2. Hi, Andrew. I'm glad you reach the same conclusion I did.i'm just curious. What part of Florida do you live in? I am excited to know you found my blog on Google!

  3. Replies
    1. Thanks for taking the time to read and post a comment, Spyder! So glad it was helpful!

  4. I was thinking very much the way you were, right down to the issue you take with your friend's last point. I was searching online to see if there were other viewpoints that might affect my thinking. Since you were curious about how the first commenter found you on Google, I currently call Tampa home, and the search terms I used to find your post were "2nd district court of appeal retention gay." Thanks for the post!

    1. Thank you for taking the time to read and commentAnd thanks letting me know how you found me! I've been blogging for several years now but this post is the first one that I'm aware of that's reached people outside southwest Florida where I live!

  5. Thank you for this insight. I'm a Florida voter who is a member of the military currently stationed in Alaska, and this helped me to make an informed decision on my absentee ballot.

    I found your blog through a Google search on Judge Altenbernd's name.

    1. Thanks for taking the time to write AND for letting me know how you found me. I'm so excited to know I was helpful to a member of the military. Thank you so much for your service!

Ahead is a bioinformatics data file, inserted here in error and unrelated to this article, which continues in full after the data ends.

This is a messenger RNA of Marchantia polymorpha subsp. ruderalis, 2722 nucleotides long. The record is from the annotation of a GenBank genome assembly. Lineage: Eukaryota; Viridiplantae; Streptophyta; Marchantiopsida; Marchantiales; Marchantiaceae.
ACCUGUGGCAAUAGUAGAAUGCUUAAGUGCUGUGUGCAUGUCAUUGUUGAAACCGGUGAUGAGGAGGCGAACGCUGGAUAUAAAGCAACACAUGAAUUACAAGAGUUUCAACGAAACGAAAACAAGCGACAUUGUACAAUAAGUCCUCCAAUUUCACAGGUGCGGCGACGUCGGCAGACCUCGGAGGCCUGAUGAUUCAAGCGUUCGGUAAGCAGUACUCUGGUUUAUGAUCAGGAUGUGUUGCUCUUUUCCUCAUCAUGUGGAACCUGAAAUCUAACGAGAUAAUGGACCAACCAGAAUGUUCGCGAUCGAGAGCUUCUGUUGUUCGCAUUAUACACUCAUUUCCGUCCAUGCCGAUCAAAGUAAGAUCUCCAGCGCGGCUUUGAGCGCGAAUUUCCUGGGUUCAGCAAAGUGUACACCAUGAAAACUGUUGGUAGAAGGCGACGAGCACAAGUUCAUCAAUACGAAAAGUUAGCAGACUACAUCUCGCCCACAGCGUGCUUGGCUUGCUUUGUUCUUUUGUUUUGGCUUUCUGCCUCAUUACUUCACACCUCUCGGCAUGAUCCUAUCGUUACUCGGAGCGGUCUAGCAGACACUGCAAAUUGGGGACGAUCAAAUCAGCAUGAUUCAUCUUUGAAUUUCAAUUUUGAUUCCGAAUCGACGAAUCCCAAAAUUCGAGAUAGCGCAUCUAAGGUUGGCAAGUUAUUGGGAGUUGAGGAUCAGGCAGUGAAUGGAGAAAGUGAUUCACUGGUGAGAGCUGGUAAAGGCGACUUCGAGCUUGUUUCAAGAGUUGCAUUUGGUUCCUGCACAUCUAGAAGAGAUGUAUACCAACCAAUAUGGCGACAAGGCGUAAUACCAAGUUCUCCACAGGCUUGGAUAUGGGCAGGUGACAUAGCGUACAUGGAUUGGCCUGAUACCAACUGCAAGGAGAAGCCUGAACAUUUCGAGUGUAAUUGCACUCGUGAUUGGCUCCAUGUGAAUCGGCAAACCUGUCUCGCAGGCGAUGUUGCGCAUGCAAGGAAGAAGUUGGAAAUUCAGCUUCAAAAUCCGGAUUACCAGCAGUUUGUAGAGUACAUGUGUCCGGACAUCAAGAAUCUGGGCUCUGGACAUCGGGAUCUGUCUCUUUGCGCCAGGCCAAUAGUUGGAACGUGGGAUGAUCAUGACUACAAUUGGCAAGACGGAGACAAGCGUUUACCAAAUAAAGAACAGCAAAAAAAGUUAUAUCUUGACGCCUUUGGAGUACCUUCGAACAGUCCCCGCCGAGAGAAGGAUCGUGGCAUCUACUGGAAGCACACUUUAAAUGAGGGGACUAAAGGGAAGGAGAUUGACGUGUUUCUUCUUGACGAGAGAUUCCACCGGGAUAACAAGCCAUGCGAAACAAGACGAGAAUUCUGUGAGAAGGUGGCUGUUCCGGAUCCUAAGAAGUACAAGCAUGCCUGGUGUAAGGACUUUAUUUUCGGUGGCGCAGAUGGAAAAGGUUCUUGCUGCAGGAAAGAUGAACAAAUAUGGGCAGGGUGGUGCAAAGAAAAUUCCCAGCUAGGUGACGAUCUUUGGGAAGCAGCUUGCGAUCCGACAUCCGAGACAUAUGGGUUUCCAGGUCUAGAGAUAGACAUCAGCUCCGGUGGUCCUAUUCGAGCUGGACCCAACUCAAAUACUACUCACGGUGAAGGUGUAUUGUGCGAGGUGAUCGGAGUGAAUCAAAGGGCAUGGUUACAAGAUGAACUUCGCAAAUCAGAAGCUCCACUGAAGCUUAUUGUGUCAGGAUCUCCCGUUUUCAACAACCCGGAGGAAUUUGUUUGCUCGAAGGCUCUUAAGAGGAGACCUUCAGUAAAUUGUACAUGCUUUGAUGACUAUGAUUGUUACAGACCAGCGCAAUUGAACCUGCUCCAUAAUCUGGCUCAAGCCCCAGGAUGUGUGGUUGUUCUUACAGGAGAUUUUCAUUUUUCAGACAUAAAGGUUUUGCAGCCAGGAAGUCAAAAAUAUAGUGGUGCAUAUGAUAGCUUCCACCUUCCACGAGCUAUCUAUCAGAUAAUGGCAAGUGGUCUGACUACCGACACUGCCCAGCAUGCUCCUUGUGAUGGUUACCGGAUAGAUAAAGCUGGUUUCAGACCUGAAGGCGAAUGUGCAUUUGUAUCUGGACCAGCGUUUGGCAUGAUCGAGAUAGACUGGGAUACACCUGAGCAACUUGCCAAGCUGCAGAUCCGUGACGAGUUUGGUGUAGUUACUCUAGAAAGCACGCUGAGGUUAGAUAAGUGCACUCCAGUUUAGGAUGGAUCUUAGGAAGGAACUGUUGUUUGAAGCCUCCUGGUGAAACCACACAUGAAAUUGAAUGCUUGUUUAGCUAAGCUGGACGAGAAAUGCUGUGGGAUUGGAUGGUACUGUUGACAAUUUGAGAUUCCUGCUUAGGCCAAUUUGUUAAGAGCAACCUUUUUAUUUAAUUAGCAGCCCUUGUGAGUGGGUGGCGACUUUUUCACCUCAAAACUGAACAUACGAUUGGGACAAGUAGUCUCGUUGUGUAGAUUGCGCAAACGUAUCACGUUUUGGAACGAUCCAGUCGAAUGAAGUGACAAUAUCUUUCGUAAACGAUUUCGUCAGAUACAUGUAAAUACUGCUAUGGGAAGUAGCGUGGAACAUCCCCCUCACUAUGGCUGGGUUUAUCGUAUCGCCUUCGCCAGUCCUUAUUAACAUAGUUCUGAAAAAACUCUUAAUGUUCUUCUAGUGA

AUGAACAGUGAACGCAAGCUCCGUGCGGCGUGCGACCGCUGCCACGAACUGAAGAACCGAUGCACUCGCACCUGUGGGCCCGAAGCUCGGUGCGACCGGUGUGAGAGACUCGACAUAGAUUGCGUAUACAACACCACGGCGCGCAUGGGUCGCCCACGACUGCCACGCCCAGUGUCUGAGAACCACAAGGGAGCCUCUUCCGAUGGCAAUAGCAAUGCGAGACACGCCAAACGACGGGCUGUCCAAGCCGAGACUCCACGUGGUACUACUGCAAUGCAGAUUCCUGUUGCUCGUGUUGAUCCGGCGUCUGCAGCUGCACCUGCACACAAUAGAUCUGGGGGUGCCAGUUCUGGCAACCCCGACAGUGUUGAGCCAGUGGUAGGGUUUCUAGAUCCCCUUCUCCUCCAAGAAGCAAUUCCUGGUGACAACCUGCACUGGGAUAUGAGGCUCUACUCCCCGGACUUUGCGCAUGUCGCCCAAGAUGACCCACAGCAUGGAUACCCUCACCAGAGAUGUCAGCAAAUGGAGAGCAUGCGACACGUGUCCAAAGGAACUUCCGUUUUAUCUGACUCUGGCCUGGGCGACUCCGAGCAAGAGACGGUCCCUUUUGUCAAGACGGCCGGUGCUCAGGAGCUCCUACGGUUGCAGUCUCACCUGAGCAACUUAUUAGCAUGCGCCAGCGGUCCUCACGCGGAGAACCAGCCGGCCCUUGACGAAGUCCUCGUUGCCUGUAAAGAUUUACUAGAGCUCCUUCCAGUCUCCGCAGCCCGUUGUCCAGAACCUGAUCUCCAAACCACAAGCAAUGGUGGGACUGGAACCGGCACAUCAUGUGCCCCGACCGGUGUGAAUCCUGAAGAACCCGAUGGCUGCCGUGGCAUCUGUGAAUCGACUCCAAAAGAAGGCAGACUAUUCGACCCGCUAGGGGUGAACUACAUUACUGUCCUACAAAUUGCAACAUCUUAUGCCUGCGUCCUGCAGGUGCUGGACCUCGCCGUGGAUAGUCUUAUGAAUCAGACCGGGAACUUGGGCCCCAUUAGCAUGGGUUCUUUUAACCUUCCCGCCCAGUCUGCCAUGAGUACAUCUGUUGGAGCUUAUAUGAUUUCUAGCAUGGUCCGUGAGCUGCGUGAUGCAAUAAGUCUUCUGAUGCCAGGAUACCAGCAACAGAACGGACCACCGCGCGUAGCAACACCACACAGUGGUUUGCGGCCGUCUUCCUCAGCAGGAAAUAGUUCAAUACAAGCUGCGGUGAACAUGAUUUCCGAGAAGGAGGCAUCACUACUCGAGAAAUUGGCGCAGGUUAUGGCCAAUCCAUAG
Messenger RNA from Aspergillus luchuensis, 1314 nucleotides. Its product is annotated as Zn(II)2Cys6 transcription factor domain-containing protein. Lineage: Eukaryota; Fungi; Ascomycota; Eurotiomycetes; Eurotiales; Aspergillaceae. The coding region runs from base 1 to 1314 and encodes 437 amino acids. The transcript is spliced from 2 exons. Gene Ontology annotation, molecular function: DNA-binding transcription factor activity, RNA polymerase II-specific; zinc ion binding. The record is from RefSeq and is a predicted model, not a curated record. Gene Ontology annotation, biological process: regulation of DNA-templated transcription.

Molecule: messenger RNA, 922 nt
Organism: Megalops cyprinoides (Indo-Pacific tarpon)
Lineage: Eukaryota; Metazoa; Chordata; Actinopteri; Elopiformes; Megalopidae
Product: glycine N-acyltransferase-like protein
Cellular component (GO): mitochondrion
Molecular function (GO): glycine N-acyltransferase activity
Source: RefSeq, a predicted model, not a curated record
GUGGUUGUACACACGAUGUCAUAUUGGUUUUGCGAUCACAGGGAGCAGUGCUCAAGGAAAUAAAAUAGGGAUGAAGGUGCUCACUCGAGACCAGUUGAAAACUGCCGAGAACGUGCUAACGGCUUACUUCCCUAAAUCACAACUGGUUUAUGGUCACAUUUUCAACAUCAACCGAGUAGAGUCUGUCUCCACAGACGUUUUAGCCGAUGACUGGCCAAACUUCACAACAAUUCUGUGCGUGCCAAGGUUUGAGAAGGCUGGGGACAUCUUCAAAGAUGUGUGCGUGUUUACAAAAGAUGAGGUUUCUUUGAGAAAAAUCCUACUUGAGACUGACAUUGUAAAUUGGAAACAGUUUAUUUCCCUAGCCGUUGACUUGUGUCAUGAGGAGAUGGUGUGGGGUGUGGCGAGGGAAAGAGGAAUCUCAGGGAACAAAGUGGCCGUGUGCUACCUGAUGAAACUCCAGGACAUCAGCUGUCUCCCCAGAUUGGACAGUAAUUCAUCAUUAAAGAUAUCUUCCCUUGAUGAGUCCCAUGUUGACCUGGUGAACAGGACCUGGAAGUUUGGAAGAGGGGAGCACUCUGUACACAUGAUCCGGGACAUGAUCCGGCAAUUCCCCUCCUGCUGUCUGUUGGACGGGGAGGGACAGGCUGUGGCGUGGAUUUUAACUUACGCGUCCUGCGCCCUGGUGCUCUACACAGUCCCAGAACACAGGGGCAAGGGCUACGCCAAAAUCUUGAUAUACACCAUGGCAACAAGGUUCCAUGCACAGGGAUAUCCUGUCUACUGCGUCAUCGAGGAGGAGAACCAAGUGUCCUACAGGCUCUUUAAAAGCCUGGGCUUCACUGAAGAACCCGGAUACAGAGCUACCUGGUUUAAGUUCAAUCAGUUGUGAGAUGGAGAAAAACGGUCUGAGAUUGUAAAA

6. Ah, Sarasota here.
    Hey, Sparker. Fine 2 parter. I found your writings while looking up Altenbernd. I had read part 1 and went to Teh Google to read through the dissenting opinion the lower court turned in. And, found myself settling on this 60 / 40 to keep him. His opinion was that the law forbidding SSM needed the Supremes settling the matter. (Maybe this was kicking the can down the road out of keeping his job, I don't know.)
    I am also for people are people and let them marry. I balked at one judge here though. Martinez, Jeb assignations are in general fair, IMHO. But, I stopped at seeing Scott's Judge Mr Sleet. As limited Scott's support is on all things that I feel strongly for, I just think Scott's slanted Teabaggerism would taint anyone he would gleefully appoint.

    1. Hi, Sarasota. Great to hear from you! You make a fair point about voting no for a Scott appointee. I can see why you'd take that position. However, in a way it's like the Rs in Congress opposing anything President Obama wants to do just because it's Obama. I prefer to vote yes on merit retention unless the judge has demonstrated poor judgement in some way. Thanks for taking the time to share your thoughts!

  7. Thank you for sharing your opinion. I have been trying to research these Judges and their previous rulings to help with my decision, and have also not been able to find much information. (I'm in Pinellas).

  8. Hi, Pinellas! Thanks for taking the time to write. So glad to hear the post was helpful!

  9. Thank you fro your post and help regarding this matter.